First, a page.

Burst into a scary symphony,

Possess my every fibre,

Drive me crazy with your ghost music,

Let me touch your elusive muse,

Haunt me again, 

for I have missed your curse.


The idea of being haunted by poetry seemed so nice when I didn’t think about the spirit world (which writing this novel has forced me to).  Before I started writing this novel, I wrote a letter to Ms. Toni Morrison (I know she has passed, and she doesn’t know me, but I still did it). I was on the plane to Songea (shout out to Air Tanzania) to research the Majimaji war (the subject of my novel). I asked her what she would do if she were to write this story. The plane shook a little as I was writing this (just turbulence guys, right?), and I realized that I was asking the wrong thing. It's not about what she would have done, but what I wanted and hoped to do – (in Ms Toni's words, to write a story I would like to read that's not been written yet). Anyway, I didn’t ask Ms Toni’s spirit to possess me either (obviously, do you think heaven would let their greatest storyteller go that easily?) Anyway, I am on my own for this. And for the record, I haven’t asked the spirits of any ancestors either (despite all the rituals my research led to). In Songea, one of my guides offered to bring a diviner that could let me see the spirit of Songea Mbano as a large supernatural snake living in the caves of Chandamali. Although I was curious. I still haven’t taken up the offer. Now that I have been an "observer" of many traditional rituals that call to spirits, I am a bit cautious about wishing for it. Who knows what will happen, right? Oh, me of little faith.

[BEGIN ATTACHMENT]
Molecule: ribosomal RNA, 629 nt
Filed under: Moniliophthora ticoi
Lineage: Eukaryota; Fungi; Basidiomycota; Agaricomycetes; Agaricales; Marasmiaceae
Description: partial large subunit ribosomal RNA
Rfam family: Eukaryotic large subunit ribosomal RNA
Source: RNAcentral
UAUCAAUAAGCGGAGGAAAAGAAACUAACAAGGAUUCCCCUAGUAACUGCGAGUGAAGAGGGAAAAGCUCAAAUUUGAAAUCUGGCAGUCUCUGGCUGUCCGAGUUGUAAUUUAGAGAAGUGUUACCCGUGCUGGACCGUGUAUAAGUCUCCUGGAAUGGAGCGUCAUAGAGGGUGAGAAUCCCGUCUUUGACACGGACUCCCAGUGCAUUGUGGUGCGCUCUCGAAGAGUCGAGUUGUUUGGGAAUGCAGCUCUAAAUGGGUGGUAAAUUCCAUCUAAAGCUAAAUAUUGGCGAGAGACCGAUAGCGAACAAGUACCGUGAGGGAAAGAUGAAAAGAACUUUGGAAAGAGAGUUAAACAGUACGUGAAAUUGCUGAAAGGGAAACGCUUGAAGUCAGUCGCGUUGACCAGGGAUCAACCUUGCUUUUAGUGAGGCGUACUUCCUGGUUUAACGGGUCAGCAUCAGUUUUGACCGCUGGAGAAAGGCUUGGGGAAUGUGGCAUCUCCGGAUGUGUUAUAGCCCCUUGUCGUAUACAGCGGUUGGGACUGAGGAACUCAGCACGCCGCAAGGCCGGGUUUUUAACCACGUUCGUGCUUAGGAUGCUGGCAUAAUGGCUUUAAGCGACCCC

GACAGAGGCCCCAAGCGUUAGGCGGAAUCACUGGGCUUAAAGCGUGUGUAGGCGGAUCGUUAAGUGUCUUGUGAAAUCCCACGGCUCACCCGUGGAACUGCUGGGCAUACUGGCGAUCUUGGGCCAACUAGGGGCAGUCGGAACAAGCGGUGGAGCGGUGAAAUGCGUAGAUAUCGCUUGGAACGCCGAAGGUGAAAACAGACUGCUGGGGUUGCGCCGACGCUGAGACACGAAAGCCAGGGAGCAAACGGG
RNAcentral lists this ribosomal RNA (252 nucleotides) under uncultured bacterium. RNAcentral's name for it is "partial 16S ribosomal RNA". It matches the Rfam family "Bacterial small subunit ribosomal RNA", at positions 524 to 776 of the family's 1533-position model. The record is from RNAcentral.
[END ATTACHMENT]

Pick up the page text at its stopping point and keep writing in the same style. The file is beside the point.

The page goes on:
I heard, in Tanga, there is a place where a ghost of a German soldier from World War I still roams around, and those who have seen it, say he has on his uniform and all that jazz. I wonder if he is lost, or that because his people couldn't do the proper rituals for burial, his spirit is stuck there. If there is some kind of nether world, do the spirits still have to face off their enemies? Wouldn't it be nice if there were some kind of justice there? Where the weak become powerful and they can do whatever they want to the ones that oppressed them? Do you think they would forgive them? I mean think of the millions dead at the hands of oppressors (like in Palestine), just waiting for their retribution. Would they forgive, forget, and enjoy heaven after dying so unfairly? There is probably a lot of drama in the afterlife.


But, I digress. The point is, I don't want to be haunted anymore. It is perfectly okay if poetry doesn’t come from me. I am just as happy to read it.


One of my favourite poets is Remi Raji. When I was visiting Lagos some years ago, he gave me a copy of his book, Sea of My Mind, and it just blew my mind! Whenever I miss poetry, I go back to his book, and this poem always reminds me that to be a poet is to be deeply human.


The poet – Remi Raji

The poet too is a mobile prison,

The rough rhombus of colourful tales.

 

The poet is the flimsy energies of the blind seer

Free but chained to the recalcitrant image

 

of memory, of blood of birth and death

of the mating cry and the battle cry.

 

The poet is married to the rainbow of words…

Scavenger and hunted, also a lover loosed upon the world. 

 

The poet is your voice, silenced but alive in the streets

the chameleon and the mask, the incurable child.

 

The blood and the wine of experience…

I think the poet is not

where the is nothing to live for.

 

The other day,  I read Gloria Gonsalves's poem, The River to Her Lover and it was just a beautiful experience.


Have you read (watched or listened to) or written any poems lately? Please share them with me 😊 

 

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PATIENCE KOMBA
PATIENCE KOMBA
Apr 07

This piece is poetry in itself…. ❤️